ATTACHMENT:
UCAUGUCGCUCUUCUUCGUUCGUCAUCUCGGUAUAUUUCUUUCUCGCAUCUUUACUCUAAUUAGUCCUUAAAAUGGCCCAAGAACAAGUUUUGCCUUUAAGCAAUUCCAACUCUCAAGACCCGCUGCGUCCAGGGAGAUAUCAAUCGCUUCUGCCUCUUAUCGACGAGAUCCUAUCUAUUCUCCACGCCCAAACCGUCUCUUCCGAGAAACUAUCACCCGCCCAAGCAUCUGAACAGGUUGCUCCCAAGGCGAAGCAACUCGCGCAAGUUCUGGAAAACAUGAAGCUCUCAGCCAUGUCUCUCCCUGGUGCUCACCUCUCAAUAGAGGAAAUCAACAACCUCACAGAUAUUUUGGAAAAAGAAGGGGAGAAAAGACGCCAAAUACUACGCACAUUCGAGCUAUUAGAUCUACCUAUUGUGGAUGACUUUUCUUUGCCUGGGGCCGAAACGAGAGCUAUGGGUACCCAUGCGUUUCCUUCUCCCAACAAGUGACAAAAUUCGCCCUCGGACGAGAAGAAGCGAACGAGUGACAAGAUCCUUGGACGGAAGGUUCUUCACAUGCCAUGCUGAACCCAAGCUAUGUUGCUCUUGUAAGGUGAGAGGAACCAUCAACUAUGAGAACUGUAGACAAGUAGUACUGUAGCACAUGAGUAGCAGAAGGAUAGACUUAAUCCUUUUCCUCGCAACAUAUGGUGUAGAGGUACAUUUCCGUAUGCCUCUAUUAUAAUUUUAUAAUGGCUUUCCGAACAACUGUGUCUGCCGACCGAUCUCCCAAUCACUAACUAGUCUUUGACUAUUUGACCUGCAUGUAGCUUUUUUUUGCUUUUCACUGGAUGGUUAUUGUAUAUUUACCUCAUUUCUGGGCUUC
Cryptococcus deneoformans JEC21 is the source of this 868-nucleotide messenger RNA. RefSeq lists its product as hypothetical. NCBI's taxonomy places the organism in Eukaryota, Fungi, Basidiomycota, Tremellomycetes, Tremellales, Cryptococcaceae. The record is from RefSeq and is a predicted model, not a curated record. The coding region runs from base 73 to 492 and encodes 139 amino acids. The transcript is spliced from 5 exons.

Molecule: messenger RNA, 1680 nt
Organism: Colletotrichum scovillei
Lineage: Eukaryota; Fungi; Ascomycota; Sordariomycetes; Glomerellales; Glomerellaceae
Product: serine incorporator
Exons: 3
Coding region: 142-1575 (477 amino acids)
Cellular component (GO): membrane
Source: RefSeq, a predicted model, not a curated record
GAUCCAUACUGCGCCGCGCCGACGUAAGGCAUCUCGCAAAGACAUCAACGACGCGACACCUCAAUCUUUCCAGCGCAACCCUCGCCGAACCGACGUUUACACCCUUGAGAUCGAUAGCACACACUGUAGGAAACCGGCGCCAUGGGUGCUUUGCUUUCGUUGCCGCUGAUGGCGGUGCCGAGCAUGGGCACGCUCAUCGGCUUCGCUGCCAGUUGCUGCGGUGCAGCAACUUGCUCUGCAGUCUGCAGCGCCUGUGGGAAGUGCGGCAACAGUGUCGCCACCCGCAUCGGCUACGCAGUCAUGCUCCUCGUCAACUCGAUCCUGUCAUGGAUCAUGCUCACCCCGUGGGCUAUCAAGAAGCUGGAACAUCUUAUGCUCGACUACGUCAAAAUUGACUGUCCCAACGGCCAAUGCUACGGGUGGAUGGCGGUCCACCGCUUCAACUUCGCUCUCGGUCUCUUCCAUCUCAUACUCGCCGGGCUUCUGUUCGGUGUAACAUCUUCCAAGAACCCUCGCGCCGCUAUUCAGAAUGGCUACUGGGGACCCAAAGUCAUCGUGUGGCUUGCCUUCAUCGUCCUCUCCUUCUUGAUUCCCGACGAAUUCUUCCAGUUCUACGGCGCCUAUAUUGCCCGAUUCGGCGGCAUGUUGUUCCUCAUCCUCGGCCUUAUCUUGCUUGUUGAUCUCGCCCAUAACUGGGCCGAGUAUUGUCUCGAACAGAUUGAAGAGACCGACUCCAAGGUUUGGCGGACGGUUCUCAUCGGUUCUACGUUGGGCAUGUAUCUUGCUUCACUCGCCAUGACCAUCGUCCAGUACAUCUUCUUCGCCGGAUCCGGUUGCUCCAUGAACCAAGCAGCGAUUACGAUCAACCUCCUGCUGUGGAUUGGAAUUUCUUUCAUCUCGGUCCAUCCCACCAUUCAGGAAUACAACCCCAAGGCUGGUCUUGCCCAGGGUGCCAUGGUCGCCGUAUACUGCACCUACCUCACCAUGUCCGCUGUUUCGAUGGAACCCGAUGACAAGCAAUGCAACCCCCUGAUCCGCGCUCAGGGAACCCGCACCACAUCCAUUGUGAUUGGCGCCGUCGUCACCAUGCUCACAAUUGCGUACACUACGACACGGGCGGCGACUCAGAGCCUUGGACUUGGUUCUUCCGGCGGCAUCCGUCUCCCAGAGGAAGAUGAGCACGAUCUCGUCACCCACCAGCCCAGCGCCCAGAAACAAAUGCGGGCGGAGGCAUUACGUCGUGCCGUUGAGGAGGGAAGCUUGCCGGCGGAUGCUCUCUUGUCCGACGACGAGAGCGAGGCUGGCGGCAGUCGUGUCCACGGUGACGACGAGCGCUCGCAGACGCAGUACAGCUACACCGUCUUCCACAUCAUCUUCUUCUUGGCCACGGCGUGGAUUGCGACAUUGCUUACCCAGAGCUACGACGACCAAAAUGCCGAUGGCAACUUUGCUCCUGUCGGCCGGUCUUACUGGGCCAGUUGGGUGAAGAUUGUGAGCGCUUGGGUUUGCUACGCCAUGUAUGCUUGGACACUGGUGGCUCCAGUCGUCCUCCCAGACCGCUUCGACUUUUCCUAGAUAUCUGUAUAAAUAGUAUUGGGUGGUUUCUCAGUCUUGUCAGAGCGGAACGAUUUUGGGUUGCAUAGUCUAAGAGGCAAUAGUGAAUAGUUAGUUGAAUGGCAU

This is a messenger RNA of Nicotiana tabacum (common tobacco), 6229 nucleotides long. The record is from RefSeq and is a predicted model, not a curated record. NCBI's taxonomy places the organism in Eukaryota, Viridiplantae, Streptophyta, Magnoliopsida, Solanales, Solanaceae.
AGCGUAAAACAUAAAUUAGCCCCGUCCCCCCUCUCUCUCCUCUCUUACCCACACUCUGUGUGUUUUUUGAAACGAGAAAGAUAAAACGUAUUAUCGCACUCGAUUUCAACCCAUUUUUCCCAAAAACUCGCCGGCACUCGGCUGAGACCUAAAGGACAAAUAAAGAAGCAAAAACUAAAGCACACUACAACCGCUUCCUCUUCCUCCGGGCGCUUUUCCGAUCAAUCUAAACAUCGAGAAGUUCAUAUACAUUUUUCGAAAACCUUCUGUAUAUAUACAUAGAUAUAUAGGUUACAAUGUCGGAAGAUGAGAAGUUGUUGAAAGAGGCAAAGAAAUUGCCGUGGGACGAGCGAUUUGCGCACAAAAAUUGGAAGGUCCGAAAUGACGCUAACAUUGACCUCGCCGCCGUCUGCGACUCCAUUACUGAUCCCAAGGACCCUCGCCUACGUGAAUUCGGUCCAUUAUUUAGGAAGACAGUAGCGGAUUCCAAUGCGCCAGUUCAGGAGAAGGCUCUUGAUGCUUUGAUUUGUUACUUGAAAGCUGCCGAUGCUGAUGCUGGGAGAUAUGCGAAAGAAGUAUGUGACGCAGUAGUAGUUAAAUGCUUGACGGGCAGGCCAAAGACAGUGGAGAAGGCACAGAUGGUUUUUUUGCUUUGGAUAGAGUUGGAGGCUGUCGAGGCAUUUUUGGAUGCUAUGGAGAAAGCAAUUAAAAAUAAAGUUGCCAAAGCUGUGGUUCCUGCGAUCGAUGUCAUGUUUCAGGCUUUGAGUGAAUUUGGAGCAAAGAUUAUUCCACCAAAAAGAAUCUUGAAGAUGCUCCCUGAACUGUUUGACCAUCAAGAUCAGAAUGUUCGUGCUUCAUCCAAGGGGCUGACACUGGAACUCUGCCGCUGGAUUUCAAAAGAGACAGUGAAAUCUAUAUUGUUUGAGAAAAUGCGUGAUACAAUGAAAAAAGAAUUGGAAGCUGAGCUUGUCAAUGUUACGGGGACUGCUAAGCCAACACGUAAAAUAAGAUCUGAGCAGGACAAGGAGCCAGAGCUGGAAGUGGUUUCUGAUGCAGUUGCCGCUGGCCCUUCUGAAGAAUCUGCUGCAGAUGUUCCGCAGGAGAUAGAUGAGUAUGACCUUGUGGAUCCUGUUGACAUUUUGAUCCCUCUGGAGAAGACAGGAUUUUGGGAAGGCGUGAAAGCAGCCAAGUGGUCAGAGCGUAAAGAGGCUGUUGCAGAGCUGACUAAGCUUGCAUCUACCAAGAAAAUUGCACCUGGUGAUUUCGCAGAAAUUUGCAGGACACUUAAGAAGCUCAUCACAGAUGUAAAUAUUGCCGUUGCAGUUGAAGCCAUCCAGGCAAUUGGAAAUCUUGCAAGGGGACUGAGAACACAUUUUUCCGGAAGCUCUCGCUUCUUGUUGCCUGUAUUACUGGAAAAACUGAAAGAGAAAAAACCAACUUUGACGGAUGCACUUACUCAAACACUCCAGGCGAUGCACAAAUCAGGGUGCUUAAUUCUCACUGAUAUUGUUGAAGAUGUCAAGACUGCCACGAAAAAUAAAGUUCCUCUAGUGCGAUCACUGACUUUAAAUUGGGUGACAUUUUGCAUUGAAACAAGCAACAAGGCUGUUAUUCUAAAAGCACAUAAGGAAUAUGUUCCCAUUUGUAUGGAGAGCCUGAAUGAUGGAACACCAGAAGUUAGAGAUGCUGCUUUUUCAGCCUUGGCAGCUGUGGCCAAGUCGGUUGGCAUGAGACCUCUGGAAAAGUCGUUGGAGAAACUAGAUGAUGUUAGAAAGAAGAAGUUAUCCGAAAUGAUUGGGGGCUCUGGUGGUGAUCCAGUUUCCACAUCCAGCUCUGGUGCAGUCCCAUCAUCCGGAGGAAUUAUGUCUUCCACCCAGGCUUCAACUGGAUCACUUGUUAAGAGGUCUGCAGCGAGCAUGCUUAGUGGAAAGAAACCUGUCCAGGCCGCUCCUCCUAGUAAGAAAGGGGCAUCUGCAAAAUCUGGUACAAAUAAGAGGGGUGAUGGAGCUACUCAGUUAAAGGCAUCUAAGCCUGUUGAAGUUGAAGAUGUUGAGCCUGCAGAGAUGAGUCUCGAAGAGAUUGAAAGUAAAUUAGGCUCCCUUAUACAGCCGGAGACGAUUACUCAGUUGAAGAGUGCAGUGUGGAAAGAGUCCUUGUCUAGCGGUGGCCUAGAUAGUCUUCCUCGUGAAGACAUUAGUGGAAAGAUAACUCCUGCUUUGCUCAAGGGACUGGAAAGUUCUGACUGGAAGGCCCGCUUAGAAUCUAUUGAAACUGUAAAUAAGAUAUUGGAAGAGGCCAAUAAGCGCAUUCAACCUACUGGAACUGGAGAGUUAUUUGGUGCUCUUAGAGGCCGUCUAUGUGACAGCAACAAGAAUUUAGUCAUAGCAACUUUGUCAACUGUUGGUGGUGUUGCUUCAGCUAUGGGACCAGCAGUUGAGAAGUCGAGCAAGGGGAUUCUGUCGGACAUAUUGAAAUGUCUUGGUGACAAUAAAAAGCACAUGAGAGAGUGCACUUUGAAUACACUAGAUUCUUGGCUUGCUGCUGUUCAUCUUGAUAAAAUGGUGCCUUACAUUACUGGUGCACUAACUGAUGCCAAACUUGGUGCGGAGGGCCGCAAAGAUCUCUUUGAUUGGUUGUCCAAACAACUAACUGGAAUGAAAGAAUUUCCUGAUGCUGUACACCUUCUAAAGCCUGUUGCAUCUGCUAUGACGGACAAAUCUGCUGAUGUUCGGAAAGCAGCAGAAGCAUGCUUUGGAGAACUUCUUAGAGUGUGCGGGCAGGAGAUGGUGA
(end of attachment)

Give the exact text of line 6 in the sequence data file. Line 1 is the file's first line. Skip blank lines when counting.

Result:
Product: serine incorporator